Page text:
How to Spot the Obsolete
By Kelly Rider, Global Lead, Curriculum Design and Development, SAP
Assess current skills, anticipate future needs, and develop the workforce accordingly.
With most companies struggling to respond to training that was needed yesterday, who has time to predict what learning the workforce of tomorrow needs? And even if there was enough time to think about the future, who could possibly know how to spot skills that may soon be obsolete? The answer is simple: Invest in strategic learning programs that make talent development a corporate priority.
Learning plays an essential role in developing talent, and there are certain tactics that talent development professionals can implement to ensure their employees’ skills stay uptodate. Here is what your talent development team can do now to set your organization’s workforce up for future success.
Identify critical skills for the future
How do you know where employees need to develop their skills to evolve with changes in the business? It begins by taking a deeper look at the workforce and understanding what the organization has today, what is needed, and how to get there.
Strategic workforce planning is an important activity that assesses how well the talent development function is positioned and aligned to achieve the company’s vision for the future. This includes identifying critical skills most needed to drive the business forward. Once these current and future skills gaps are known, strategic learning programs can be put in place to close them.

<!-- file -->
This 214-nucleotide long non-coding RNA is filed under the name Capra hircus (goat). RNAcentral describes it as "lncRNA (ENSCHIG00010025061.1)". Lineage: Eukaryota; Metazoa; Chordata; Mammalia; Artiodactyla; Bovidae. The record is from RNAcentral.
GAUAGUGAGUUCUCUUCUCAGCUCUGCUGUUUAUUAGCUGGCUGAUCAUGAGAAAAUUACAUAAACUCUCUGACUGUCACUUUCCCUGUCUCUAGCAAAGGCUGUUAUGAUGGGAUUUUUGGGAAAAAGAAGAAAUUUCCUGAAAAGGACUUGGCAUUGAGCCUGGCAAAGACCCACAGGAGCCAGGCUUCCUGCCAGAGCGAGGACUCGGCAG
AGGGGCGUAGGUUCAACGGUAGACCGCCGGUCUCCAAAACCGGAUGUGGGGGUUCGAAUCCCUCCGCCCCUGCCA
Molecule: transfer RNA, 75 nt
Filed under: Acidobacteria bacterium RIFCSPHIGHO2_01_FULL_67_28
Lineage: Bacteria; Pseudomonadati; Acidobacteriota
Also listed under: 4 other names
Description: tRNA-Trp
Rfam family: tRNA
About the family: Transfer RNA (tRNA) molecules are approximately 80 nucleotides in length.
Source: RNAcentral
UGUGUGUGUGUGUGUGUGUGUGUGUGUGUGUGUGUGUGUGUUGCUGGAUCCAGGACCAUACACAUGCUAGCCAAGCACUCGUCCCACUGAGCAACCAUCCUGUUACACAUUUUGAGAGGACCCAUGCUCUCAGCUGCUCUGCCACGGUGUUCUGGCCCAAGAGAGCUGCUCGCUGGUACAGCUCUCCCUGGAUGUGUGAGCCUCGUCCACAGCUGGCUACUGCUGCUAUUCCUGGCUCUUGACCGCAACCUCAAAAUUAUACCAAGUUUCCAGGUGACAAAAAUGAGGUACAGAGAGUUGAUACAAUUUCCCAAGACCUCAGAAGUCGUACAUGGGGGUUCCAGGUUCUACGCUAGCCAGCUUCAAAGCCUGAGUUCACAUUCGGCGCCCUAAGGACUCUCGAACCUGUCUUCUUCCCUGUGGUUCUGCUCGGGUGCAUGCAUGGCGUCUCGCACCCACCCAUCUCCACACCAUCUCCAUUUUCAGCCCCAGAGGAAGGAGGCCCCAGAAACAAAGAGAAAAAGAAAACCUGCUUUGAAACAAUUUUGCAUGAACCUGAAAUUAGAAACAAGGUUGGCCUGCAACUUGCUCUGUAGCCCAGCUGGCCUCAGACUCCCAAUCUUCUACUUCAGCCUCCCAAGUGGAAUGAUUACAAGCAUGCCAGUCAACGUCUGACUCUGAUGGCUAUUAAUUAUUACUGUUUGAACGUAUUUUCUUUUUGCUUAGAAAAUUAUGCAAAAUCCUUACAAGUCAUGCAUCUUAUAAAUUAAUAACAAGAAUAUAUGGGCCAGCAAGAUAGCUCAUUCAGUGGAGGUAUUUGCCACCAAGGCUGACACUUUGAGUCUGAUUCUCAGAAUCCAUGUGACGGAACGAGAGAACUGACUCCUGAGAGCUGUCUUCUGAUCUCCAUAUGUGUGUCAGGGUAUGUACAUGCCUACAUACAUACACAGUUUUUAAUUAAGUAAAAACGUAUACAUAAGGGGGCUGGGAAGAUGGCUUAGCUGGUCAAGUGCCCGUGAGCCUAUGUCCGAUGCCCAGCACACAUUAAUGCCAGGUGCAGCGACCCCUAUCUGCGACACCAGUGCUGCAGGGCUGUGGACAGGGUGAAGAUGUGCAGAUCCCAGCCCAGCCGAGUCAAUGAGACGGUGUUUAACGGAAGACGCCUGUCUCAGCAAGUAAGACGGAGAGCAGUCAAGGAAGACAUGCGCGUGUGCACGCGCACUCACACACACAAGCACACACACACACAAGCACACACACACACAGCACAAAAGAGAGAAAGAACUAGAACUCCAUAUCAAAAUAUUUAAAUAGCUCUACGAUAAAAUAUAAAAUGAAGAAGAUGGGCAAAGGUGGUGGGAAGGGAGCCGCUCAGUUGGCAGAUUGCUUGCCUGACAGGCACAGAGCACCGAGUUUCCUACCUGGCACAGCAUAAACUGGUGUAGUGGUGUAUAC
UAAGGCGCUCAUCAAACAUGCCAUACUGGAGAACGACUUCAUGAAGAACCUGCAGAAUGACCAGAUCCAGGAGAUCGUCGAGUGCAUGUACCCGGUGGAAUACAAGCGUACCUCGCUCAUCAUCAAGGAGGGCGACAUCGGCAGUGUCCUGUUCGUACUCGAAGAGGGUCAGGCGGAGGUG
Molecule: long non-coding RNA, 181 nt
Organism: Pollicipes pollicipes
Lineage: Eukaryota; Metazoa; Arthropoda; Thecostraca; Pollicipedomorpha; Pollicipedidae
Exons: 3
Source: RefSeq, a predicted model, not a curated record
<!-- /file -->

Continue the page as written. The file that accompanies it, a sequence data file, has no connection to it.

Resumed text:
Can you still prepare your talent for the future without a workforce plan? Yes, but as an example, this might mean that you will continue to offer cursive when what your employees really need is coding skills.
Provide targeted development opportunities
Contrary to popular belief, learning is something that is done for employees, not to them. Corporate training often gets a bad reputation when employees can’t see the value in why it’s being offered. To enable employees to drive business goals, learning should become something people run to, rather than run from. This requires applying some rigor to the learning portfolio and only offering what’s needed.
In other words, if a company is offering learning that is not targeted at closing critical skills gaps or providing professional development targeted at growing the workforce, it should get rid of it.
At SAP, we retired more than 90 percent of our learning assets when we implemented our cloudbased learning management system (LMS). We audited more than 50,000 assets and only migrated those deemed most important to support the business and our people.
To help employees quickly find what they need, we are putting conventions in place to ensure all learning assets going into the new system are tagged and assigned competencies. We also use the system to build rolebased learning programs that prescribe recommended learning activities (formal, social, onthejob), so employees have a clear view of the knowledge and skills they need to develop.
Imagine how different a talent development function would be viewed if employees knew the areas where the business needed them to focus, and had access to programs that enabled them to do so. Take time to analyze and rationalize the offerings, and then retire the assets that do not directly improve performance and affect the business. Doing so will send a powerful message to employees that they can and should expand their skills to grow with changes in the business.
Design for the future workforce